1. Chinese Bishops to Attend Vatican Synod for First Time.

By Reuters, October 1, 2018

Catholic bishops from China will for the first time attend a major Vatican meeting starting this week, the Vatican said on Monday, following a landmark agreement between the Holy See and Beijing.

“There will be two bishops from continental China. They were invited by the pope,” Cardinal Lorenzo Baldisseri told a news conference. “I think they are already on their way to Rome.”

The bishops will take part in a month-long meeting, known as a synod, that starts on Wednesday to discuss the role of young people in the 1.2 billion-member Church.


2. Russia Wages a Religious War Against Ukraine.

By Michael Khodarkovsky, The Wall Street Journal, October 1, 2018, Pg. A17, Opinion

Russia’s assault on Ukraine unfolded along military, economic and diplomatic lines. Vladimir Putin’s Moscow also is waging a less-noticed war on Ukraine’s religious sovereignty. To understand this, look at the structure of Eastern Orthodox Christianity. The church consists of 14 autocephalous, or self-governing, churches. Religious and national identities often overlap, as in the Orthodox Churches of Russia, Romania, Bulgaria and Georgia. Each national church falls under a particular patriarchate, and the ecumenical patriarch of Constantinople is considered first among equals.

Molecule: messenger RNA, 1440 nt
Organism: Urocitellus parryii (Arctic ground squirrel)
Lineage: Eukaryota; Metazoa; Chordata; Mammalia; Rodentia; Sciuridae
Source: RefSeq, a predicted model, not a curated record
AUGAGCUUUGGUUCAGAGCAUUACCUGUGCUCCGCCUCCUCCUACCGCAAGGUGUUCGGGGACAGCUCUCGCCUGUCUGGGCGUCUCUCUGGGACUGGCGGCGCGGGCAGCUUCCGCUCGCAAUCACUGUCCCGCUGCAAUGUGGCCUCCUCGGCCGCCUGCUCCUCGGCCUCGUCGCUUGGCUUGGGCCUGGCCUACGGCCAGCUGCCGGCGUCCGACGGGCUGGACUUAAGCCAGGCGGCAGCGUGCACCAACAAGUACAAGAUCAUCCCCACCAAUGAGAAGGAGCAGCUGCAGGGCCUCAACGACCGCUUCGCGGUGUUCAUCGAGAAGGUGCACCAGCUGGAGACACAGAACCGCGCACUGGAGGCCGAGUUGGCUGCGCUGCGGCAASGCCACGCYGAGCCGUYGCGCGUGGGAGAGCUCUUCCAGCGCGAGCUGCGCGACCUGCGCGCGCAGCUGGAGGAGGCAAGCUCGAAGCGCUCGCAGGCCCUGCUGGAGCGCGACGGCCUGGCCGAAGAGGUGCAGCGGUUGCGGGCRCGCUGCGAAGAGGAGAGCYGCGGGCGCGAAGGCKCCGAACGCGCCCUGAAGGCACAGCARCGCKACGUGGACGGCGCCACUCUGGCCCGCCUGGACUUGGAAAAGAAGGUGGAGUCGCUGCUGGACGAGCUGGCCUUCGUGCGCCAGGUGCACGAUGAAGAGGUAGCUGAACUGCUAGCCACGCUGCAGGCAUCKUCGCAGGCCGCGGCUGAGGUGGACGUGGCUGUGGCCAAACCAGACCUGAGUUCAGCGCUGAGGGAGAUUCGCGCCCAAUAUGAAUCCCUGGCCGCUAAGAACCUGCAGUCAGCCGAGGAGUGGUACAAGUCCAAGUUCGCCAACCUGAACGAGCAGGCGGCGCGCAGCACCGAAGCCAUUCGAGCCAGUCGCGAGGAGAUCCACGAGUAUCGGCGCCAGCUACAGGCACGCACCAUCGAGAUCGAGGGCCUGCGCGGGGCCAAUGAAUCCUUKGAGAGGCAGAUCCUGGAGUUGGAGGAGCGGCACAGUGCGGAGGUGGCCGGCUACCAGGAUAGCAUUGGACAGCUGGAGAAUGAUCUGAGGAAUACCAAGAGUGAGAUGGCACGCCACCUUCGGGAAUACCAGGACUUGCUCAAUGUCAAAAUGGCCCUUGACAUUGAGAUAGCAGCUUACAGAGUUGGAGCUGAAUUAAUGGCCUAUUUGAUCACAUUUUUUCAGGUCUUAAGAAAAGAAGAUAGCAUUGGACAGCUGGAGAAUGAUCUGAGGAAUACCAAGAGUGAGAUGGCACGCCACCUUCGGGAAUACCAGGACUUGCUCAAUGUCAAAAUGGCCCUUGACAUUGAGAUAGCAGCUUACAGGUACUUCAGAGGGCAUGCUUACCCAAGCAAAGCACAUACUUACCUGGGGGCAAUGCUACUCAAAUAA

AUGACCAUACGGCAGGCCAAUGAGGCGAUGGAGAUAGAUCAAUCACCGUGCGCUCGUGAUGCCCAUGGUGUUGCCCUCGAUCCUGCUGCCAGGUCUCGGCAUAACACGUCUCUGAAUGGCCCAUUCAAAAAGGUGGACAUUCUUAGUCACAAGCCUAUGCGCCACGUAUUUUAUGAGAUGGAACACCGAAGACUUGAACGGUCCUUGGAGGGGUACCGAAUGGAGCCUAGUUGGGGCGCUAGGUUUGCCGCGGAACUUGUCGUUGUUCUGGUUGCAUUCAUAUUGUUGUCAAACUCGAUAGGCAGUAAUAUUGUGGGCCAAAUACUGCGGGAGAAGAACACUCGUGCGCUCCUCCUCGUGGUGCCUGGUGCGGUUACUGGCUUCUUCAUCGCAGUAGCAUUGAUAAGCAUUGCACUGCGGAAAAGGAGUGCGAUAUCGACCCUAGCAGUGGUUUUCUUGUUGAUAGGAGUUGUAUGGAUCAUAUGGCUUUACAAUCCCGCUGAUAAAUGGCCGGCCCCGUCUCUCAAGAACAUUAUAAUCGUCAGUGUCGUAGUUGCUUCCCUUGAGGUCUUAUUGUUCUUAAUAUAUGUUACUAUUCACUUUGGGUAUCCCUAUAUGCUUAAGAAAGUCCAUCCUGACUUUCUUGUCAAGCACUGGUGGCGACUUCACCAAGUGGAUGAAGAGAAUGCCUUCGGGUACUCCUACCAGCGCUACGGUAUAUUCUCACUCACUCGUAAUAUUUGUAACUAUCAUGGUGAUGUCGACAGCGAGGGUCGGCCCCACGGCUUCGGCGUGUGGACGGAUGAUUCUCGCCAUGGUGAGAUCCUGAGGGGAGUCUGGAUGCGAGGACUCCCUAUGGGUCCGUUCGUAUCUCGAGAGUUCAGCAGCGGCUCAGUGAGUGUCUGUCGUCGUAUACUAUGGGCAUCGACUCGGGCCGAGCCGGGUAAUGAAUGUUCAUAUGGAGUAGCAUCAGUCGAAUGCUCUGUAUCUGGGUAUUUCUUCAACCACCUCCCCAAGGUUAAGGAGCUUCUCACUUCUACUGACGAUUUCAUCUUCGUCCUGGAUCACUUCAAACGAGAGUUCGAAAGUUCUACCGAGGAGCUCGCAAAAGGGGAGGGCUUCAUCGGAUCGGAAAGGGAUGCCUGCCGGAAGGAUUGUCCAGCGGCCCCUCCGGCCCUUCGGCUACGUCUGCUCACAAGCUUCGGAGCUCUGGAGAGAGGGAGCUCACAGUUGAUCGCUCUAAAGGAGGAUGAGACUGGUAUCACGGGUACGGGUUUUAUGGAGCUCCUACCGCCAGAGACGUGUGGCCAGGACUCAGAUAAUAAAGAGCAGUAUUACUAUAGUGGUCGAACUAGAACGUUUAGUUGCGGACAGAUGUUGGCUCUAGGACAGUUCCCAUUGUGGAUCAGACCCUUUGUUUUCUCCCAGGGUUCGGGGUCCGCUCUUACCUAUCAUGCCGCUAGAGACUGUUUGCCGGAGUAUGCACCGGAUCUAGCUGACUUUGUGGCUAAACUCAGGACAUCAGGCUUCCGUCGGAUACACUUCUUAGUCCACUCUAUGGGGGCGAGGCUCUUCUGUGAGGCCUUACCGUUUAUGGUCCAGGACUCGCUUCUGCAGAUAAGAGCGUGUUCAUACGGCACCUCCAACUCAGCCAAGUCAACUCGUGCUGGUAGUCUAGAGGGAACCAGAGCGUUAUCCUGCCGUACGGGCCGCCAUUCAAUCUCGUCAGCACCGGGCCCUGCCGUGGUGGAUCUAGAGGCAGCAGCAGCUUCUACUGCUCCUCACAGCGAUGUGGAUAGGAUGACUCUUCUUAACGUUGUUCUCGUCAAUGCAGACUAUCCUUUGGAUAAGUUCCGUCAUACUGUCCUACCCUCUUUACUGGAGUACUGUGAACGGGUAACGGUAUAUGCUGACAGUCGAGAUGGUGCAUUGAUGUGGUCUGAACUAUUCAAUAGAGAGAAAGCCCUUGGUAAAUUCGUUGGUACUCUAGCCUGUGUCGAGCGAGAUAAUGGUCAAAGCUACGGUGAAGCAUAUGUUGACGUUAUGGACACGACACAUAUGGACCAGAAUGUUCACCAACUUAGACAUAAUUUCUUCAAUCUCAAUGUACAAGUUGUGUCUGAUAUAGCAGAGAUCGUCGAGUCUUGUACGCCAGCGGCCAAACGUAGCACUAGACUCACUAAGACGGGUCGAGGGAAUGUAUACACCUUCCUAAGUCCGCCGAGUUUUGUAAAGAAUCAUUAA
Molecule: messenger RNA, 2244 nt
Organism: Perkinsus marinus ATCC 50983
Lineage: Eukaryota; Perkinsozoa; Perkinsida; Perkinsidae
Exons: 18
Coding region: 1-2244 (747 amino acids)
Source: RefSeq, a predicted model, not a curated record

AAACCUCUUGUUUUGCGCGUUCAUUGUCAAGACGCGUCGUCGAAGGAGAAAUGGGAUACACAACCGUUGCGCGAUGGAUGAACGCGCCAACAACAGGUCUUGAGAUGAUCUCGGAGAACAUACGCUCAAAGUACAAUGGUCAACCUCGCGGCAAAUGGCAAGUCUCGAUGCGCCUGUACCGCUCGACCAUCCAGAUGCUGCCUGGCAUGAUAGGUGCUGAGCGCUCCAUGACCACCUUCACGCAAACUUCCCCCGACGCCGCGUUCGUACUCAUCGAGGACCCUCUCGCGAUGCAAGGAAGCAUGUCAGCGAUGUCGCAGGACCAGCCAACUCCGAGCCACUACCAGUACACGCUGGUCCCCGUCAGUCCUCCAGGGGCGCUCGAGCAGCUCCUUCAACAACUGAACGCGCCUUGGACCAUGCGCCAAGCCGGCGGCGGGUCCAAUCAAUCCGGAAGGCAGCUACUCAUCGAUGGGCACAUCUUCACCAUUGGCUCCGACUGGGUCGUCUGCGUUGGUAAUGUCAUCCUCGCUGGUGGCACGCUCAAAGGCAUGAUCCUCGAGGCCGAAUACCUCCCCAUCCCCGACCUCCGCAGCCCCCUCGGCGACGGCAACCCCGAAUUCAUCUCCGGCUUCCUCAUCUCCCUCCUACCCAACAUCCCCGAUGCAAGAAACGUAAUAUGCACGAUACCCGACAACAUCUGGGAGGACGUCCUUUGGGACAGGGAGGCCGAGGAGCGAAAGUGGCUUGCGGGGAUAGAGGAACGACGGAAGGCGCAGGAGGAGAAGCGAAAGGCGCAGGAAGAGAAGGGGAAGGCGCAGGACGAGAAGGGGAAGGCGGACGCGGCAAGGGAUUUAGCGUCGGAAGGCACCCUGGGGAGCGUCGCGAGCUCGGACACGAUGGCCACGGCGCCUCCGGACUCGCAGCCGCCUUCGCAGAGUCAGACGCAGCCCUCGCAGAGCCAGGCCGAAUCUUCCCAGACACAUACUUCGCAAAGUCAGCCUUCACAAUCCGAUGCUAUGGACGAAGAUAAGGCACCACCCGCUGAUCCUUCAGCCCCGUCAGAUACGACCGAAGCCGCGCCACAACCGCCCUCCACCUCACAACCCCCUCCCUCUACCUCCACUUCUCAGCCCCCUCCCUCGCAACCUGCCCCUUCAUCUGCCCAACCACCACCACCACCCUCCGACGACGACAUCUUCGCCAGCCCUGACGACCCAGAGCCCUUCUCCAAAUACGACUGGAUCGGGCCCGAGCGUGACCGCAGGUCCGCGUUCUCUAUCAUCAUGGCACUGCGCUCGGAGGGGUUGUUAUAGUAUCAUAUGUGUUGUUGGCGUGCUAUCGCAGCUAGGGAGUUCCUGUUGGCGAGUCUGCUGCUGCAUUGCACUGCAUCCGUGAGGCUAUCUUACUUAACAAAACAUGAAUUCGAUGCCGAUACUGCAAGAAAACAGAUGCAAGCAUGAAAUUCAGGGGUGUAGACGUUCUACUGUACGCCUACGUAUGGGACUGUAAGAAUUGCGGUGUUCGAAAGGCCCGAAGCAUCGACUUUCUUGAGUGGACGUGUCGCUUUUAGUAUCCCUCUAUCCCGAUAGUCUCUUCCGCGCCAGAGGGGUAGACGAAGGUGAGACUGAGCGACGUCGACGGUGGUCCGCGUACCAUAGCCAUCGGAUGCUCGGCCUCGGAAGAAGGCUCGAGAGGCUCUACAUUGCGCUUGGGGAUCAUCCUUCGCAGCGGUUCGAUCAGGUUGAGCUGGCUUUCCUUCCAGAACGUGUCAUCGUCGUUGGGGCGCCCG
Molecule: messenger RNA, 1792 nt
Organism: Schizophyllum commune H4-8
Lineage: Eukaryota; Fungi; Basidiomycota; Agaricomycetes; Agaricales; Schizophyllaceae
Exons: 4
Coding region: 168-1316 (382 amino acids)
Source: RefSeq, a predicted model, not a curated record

In recent centuries, Ukrainian believers had belonged to the Russian Orthodox Church. Shortly before the demise of the Soviet Union in 1991, a council of bishops in Ukraine declared the church’s independence from Russia. In the ’90s, the new leader of the Ukrainian Orthodox Church—Filaret, the metropolitan bishop of Kiev—came under pressure from Russian church and security officials to resign. He refused. In 1997 the patriarch of the Russian church excommunicated him and declared his followers schismatics.

Mr. Putin’s geopolitical goal of turning Ukraine into a satellite state instead has given Ukraine a renewed sense of its national identity. Russia’s spiritual imperialism has also diminished the Russian Orthodox Church. These expansionist policies, holy and worldly, are leading to Russia’s further isolation.


3. Settlement naming Wuerl adds questions, Cardinal denies knowledge of deal.

By Michelle Boorstein and Julie Zauzmer, The Washington Post, September 30, 2018, Pg. C1, Metro

Cardinal Donald Wuerl, who has said repeatedly that he didn’t know about years of sexual misconduct complaints involving his predecessor in the District, Cardinal Theodore McCarrick, was named in a 2005 settlement agreement that included allegations against McCarrick, according to the accuser in the case and documents obtained by The Washington Post.

Two of the three alleged abusers, including McCarrick, were not mentioned by name in the settlement.

Robert Ciolek, who left the priesthood and later became an attorney, spoke for the first time publicly this summer about the $80,000 settlement he reached in June 2005 with three New Jersey dioceses over his allegations against McCarrick and a teacher at his Catholic high school. McCarrick led the church in Newark and Metuchen before coming to the District in 2001; Ciolek’s high school was in New Jersey as well.